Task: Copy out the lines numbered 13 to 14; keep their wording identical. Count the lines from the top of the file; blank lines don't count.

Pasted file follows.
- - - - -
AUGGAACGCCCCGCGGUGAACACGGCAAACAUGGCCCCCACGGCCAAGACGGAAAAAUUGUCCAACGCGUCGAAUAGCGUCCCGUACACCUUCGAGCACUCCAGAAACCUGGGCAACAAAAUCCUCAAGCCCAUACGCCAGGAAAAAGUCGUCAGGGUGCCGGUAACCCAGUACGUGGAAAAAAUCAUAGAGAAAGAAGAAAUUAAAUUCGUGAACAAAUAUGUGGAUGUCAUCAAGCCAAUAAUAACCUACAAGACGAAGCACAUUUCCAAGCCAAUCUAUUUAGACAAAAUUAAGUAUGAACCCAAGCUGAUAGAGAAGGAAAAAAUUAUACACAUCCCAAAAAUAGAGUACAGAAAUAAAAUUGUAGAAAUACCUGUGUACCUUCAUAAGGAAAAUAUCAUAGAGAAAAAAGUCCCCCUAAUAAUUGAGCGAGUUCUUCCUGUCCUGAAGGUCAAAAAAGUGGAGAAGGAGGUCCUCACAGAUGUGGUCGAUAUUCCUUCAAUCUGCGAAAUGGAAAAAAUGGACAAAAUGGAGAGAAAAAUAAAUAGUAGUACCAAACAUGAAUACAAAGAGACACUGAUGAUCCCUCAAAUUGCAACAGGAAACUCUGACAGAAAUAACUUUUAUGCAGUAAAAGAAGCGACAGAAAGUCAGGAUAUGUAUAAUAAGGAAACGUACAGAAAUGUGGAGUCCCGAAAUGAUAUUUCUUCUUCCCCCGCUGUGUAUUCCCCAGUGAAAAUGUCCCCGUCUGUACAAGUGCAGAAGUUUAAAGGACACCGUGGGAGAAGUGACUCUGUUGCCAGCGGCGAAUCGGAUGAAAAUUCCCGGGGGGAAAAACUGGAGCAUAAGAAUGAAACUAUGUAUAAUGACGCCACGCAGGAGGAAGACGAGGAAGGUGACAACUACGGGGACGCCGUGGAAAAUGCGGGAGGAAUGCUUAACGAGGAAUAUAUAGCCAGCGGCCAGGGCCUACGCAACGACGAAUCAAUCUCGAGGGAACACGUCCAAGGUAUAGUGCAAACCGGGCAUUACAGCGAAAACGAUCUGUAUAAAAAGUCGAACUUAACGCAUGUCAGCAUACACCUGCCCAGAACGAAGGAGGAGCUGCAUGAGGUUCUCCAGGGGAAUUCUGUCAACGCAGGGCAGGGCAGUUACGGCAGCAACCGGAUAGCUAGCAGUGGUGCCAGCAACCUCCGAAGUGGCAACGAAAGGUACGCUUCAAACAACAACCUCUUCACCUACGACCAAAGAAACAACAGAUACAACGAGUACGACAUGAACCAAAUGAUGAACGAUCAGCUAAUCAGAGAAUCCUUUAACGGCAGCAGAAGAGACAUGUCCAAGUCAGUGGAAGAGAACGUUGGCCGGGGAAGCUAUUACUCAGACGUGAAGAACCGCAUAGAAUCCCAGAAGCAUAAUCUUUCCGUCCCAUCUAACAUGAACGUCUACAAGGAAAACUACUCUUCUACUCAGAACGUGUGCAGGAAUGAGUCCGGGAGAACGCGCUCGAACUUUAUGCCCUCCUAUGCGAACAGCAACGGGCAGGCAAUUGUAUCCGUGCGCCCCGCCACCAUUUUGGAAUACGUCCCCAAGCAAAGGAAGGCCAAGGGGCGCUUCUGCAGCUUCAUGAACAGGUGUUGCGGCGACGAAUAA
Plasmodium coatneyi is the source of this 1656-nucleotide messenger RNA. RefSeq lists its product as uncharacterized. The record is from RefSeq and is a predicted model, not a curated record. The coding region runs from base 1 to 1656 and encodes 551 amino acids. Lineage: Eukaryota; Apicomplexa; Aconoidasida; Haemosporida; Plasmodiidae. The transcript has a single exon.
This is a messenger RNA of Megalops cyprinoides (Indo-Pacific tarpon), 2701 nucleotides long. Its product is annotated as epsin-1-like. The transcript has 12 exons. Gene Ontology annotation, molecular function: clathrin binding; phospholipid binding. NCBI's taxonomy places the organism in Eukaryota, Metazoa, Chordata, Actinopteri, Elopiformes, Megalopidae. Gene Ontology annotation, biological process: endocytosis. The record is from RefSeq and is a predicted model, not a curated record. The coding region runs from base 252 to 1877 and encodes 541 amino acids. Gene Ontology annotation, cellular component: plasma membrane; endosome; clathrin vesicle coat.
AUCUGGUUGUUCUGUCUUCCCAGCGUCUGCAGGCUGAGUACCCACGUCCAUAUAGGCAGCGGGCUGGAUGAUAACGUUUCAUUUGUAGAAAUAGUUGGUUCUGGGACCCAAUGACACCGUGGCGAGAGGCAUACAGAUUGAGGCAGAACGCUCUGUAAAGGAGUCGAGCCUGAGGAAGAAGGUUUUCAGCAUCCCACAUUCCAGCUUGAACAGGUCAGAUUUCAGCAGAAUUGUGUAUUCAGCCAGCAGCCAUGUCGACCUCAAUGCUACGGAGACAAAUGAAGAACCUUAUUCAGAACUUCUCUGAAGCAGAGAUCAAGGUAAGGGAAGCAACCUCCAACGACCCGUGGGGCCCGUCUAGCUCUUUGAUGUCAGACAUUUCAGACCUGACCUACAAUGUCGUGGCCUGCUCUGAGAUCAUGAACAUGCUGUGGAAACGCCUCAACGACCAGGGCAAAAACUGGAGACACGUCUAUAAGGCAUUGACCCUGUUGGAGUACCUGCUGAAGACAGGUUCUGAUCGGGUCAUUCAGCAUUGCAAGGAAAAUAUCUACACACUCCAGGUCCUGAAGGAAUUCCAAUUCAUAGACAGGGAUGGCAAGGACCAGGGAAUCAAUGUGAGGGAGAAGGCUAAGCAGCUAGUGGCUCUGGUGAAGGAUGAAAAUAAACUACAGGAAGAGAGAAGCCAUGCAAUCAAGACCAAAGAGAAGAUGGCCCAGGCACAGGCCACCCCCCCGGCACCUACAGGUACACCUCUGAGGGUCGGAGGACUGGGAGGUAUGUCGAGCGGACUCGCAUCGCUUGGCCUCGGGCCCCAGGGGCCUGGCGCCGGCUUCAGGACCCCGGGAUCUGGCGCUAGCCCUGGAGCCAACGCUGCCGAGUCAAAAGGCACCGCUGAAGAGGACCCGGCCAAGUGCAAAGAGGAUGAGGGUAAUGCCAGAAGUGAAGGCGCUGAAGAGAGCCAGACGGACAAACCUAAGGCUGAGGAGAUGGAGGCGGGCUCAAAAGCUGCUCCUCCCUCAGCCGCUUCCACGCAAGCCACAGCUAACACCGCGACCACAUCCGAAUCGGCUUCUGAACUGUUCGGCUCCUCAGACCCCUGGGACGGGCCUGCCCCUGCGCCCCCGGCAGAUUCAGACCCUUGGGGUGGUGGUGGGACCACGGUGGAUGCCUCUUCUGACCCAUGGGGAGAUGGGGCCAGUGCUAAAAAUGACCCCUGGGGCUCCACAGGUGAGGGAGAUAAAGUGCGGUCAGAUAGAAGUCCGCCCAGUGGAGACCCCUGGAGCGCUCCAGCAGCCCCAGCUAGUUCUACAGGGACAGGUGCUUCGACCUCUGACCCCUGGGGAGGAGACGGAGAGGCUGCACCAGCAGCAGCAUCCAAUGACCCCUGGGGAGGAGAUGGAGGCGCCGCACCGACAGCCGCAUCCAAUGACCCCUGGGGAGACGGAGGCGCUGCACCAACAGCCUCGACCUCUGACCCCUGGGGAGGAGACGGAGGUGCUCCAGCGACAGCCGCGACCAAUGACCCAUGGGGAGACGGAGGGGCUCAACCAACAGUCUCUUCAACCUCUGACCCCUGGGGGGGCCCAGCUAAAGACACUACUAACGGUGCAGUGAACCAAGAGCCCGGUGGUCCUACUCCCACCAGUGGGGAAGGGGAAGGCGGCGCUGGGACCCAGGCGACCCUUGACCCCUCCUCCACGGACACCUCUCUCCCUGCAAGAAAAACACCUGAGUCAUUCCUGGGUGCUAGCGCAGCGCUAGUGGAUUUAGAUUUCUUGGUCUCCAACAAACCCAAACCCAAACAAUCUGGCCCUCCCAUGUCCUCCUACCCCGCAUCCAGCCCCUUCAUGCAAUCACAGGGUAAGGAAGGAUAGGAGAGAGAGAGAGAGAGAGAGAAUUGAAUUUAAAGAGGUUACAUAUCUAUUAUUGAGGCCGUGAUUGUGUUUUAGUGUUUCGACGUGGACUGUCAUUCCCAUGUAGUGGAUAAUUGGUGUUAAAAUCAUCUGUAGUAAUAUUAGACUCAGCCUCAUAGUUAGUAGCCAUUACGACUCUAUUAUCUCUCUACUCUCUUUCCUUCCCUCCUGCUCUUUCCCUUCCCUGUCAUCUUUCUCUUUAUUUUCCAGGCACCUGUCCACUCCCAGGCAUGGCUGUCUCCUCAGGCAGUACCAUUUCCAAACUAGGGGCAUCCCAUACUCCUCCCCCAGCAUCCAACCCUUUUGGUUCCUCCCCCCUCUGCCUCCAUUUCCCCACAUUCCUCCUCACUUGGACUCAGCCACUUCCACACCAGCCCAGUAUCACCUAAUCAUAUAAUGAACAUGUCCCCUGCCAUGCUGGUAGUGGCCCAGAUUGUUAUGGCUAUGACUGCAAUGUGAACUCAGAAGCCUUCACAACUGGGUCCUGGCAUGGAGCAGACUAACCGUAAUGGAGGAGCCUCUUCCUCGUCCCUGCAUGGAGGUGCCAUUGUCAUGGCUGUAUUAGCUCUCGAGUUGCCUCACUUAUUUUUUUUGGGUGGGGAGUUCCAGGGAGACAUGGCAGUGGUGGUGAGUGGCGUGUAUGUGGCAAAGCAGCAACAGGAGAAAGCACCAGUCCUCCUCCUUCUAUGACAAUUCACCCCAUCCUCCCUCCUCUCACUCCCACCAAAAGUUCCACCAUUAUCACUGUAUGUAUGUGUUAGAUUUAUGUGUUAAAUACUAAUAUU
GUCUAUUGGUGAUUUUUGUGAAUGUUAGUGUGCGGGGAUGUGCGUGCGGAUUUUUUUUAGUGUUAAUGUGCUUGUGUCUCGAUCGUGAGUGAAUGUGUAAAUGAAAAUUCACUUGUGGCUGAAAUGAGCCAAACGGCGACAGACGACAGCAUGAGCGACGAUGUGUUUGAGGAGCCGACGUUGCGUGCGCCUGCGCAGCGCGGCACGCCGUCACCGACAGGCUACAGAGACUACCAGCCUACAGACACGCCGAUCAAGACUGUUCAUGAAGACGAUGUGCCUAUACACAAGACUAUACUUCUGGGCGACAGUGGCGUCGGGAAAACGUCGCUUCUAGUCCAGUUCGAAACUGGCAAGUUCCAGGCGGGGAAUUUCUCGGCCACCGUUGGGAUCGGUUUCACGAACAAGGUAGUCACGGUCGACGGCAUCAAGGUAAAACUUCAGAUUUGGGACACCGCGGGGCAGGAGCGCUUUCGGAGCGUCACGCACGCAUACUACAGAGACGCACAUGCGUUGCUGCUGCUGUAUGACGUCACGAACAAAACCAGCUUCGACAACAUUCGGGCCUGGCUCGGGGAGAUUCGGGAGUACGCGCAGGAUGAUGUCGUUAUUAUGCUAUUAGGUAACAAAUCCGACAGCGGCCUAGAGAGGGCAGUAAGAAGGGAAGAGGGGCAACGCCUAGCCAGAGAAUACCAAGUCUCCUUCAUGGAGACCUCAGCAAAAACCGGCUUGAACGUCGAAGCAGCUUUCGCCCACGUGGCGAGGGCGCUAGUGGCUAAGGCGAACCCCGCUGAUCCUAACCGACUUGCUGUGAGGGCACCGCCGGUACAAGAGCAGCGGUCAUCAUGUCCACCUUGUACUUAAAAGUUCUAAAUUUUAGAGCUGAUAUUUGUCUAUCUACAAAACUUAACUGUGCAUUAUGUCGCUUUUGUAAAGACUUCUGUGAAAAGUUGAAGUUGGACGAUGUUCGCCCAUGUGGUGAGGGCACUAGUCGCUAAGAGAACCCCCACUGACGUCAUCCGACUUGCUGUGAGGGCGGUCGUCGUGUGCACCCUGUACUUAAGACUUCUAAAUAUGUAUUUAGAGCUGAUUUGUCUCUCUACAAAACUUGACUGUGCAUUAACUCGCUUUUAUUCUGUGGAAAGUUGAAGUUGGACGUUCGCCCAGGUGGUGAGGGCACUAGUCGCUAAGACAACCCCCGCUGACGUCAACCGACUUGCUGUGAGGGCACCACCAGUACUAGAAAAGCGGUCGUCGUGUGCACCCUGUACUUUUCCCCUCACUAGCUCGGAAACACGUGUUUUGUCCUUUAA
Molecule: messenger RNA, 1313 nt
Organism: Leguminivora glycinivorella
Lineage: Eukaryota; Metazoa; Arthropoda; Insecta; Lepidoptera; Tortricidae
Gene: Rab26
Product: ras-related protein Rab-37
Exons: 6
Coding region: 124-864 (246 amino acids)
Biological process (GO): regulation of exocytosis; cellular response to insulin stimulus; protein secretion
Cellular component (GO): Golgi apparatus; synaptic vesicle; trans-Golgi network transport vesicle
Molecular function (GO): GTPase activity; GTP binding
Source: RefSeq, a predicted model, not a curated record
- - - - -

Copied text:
Biological process (GO): regulation of exocytosis; cellular response to insulin stimulus; protein secretion
Cellular component (GO): Golgi apparatus; synaptic vesicle; trans-Golgi network transport vesicle